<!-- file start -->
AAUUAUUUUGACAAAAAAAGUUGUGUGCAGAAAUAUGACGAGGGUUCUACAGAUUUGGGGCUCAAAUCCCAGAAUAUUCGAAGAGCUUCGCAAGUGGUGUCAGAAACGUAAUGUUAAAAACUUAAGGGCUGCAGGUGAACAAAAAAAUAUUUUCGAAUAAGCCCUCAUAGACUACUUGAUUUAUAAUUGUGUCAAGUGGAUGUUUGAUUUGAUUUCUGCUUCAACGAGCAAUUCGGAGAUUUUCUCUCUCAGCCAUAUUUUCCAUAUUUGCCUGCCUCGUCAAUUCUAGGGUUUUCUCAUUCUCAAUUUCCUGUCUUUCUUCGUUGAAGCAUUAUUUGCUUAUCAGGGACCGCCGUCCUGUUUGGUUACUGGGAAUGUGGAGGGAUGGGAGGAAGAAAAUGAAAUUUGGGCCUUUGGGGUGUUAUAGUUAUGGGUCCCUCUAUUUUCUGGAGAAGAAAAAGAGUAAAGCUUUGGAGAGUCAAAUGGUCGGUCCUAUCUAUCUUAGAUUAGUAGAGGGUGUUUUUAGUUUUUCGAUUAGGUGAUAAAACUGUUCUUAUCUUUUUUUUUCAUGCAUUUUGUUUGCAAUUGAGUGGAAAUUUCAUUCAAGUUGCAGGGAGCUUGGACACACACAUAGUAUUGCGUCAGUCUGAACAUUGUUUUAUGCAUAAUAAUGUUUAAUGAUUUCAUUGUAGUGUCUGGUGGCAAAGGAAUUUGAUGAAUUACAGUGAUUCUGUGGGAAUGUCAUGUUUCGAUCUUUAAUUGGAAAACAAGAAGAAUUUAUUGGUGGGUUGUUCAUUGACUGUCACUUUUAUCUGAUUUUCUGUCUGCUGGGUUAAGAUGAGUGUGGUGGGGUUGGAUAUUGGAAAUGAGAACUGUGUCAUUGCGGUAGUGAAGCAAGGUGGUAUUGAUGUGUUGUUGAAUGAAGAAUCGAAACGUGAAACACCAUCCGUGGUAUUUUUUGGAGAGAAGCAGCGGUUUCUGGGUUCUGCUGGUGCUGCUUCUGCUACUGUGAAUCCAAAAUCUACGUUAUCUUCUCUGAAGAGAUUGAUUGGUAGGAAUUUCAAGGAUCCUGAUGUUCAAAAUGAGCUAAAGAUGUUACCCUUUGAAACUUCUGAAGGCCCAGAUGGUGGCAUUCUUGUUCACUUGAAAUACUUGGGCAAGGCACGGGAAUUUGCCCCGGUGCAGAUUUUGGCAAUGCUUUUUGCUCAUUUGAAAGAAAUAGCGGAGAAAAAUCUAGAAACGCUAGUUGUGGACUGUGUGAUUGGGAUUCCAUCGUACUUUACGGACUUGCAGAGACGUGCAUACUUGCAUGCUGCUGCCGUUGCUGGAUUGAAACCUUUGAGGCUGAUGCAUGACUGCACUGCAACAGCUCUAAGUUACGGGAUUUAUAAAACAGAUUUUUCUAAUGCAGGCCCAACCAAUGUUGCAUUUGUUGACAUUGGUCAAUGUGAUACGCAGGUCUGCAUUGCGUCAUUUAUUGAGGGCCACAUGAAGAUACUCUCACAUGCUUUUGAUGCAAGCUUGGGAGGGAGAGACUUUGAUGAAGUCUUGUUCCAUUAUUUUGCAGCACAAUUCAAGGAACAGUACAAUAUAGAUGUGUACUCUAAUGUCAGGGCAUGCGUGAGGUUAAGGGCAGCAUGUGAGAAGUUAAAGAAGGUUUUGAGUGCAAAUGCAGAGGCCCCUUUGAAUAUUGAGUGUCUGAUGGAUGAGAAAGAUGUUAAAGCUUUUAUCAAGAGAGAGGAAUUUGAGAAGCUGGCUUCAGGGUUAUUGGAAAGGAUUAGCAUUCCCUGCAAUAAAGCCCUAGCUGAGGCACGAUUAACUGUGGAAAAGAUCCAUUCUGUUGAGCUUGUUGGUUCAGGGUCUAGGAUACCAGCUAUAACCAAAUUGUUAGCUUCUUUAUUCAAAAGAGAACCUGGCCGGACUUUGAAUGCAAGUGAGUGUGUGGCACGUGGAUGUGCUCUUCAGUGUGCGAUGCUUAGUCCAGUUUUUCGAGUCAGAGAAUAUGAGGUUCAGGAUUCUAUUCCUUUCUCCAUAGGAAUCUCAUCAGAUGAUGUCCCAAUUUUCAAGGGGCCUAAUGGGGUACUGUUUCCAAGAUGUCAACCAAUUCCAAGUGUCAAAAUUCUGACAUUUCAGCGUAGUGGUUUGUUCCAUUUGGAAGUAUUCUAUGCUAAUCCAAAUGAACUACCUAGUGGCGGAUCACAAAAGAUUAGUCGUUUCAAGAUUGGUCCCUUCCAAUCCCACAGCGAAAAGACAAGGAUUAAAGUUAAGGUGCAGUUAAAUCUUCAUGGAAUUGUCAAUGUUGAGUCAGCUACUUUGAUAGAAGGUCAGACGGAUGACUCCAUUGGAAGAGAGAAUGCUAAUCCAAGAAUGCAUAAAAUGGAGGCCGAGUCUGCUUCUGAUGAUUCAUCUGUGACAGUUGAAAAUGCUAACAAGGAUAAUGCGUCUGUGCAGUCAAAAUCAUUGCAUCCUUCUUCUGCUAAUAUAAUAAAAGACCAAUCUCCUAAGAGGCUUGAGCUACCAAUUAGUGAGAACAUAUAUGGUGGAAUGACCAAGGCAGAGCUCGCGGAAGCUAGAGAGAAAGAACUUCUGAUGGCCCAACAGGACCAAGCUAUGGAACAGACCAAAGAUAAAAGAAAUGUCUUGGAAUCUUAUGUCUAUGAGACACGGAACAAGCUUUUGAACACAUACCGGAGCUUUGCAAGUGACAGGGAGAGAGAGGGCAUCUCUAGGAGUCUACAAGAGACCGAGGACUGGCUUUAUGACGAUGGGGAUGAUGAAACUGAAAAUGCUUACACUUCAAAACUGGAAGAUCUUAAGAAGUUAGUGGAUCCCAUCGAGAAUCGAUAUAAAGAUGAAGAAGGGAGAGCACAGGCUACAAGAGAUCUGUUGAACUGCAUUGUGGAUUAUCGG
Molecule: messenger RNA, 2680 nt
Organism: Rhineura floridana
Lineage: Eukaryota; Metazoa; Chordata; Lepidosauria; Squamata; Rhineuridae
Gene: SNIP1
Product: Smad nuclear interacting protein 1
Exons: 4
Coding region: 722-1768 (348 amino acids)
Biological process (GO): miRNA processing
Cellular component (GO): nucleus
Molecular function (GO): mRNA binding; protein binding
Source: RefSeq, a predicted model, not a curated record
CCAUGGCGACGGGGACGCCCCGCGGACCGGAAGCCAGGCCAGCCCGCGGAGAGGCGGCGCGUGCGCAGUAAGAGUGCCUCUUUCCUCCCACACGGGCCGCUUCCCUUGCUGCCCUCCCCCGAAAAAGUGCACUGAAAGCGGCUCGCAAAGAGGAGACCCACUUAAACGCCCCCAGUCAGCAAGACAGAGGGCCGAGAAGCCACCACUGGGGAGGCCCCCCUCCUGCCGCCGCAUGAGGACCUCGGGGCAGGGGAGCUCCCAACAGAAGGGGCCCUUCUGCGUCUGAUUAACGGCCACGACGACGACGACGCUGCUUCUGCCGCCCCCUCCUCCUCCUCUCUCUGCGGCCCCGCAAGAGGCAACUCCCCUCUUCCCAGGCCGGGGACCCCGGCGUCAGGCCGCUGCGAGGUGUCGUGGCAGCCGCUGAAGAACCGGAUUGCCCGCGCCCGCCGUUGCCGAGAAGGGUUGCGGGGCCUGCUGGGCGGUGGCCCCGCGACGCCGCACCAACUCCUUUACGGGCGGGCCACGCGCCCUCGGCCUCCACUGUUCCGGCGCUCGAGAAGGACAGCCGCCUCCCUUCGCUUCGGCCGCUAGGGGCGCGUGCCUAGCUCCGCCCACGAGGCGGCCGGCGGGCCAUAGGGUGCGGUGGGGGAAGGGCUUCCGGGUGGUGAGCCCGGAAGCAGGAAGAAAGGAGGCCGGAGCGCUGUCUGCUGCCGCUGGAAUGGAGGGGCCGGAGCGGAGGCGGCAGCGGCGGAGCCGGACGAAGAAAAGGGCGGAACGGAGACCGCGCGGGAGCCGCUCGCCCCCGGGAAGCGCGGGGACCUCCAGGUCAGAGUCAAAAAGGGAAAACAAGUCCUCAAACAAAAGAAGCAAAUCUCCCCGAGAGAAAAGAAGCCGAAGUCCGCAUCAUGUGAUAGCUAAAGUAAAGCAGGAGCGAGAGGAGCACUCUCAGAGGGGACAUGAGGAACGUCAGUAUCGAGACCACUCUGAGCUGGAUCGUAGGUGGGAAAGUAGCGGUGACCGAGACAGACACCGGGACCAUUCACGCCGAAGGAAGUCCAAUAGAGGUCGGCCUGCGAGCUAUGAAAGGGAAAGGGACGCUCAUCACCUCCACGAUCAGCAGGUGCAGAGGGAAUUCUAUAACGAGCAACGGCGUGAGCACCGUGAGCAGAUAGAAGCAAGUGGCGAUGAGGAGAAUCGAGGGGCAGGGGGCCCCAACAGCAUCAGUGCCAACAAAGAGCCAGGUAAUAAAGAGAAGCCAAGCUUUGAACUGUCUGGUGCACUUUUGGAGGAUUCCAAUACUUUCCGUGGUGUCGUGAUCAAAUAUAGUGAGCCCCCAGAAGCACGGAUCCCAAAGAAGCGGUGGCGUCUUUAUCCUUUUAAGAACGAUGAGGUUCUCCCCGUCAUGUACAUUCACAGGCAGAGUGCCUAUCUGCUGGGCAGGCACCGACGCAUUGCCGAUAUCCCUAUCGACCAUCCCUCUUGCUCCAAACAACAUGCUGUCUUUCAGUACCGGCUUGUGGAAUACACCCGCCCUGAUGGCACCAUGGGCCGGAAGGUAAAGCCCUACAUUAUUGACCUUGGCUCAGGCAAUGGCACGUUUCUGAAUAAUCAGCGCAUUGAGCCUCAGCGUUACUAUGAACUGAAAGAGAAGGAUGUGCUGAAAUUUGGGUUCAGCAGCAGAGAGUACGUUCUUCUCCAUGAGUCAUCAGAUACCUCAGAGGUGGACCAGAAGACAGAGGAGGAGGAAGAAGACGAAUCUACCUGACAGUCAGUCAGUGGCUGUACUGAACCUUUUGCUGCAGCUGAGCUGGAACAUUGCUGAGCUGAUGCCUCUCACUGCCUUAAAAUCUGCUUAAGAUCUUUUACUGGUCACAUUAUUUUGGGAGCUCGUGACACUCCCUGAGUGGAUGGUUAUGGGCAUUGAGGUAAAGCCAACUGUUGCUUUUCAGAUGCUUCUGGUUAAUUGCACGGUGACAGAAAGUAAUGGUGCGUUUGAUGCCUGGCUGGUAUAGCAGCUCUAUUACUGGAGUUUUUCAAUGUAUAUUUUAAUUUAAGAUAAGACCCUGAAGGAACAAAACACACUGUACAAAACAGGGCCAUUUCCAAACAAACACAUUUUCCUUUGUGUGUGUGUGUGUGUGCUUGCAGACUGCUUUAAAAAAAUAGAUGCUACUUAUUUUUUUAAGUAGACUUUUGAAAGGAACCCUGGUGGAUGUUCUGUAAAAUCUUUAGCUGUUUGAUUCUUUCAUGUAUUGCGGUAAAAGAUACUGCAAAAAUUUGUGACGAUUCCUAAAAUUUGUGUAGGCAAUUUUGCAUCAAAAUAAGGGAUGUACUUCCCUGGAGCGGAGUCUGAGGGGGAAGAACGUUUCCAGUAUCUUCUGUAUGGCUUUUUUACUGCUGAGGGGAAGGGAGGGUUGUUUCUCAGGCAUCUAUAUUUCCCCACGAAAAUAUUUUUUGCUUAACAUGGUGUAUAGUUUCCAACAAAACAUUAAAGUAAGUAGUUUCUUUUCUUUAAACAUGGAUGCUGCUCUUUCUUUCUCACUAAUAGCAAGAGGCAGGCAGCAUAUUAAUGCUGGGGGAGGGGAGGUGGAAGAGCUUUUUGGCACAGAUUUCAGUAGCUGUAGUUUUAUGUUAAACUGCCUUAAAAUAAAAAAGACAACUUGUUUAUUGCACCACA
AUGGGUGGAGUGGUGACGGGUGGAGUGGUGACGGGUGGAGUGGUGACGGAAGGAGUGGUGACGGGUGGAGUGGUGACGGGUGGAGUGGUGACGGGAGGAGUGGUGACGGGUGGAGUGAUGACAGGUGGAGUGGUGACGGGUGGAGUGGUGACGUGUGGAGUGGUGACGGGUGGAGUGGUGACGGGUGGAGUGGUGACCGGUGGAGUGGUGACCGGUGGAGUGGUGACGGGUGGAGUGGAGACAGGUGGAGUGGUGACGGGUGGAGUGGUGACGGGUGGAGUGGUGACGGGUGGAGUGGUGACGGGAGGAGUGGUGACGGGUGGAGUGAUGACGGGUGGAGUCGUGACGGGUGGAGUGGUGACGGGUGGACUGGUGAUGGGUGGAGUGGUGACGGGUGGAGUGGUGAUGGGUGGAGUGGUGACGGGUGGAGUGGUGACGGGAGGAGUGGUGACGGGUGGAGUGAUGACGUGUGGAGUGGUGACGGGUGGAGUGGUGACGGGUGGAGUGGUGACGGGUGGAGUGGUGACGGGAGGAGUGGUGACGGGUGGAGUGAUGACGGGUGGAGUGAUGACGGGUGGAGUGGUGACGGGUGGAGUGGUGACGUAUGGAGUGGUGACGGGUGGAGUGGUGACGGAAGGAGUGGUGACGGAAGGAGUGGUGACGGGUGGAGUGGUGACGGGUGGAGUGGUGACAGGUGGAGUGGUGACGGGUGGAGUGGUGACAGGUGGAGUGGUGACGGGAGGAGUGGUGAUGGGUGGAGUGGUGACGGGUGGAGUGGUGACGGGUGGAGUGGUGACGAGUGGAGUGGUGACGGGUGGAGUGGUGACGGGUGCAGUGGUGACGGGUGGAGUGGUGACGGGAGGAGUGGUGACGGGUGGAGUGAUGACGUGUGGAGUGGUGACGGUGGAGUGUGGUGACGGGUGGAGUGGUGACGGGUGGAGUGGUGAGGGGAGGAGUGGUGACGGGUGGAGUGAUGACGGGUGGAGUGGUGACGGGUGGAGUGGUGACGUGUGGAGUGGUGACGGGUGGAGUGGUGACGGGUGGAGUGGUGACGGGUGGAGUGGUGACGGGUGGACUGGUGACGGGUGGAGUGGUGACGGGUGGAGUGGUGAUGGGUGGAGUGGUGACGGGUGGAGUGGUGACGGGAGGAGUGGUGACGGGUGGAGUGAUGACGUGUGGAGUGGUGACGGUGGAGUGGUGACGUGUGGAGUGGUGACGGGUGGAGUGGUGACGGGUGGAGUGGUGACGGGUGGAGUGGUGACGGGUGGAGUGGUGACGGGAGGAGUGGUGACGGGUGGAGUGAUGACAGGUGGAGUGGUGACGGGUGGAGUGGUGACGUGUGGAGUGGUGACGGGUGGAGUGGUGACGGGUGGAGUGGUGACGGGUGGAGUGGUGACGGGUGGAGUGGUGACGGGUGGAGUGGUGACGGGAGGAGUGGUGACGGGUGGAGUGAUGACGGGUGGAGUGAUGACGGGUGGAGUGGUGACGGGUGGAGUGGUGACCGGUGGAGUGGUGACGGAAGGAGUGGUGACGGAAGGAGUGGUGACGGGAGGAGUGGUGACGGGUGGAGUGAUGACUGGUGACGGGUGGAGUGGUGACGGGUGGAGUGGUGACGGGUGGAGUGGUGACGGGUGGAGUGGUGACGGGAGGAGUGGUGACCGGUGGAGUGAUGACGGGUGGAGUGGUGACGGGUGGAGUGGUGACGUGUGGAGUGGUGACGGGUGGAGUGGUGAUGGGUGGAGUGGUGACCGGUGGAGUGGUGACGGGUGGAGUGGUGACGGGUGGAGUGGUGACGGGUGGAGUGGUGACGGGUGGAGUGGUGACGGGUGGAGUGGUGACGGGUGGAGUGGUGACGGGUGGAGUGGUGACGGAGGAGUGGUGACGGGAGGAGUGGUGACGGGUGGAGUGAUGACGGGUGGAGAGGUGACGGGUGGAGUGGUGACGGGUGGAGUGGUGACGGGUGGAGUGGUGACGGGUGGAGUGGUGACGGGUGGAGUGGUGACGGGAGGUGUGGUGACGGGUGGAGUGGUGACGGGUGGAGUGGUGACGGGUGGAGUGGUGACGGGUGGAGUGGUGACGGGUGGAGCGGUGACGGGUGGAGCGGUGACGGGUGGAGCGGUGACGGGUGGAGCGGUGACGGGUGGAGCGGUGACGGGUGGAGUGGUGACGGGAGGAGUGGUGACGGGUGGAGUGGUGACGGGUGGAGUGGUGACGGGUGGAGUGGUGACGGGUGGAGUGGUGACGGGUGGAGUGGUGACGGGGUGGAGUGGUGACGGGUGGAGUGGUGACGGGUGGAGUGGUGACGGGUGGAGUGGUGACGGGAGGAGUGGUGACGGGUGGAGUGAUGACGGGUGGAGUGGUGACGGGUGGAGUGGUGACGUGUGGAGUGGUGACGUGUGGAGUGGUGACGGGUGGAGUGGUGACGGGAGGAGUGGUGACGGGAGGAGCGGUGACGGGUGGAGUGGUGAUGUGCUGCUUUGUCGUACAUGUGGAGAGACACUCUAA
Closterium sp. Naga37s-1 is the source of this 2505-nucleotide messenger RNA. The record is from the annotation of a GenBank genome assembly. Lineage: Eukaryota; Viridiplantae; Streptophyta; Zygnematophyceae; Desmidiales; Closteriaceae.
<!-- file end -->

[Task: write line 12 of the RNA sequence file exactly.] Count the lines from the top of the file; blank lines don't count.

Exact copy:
Source: RefSeq, a predicted model, not a curated record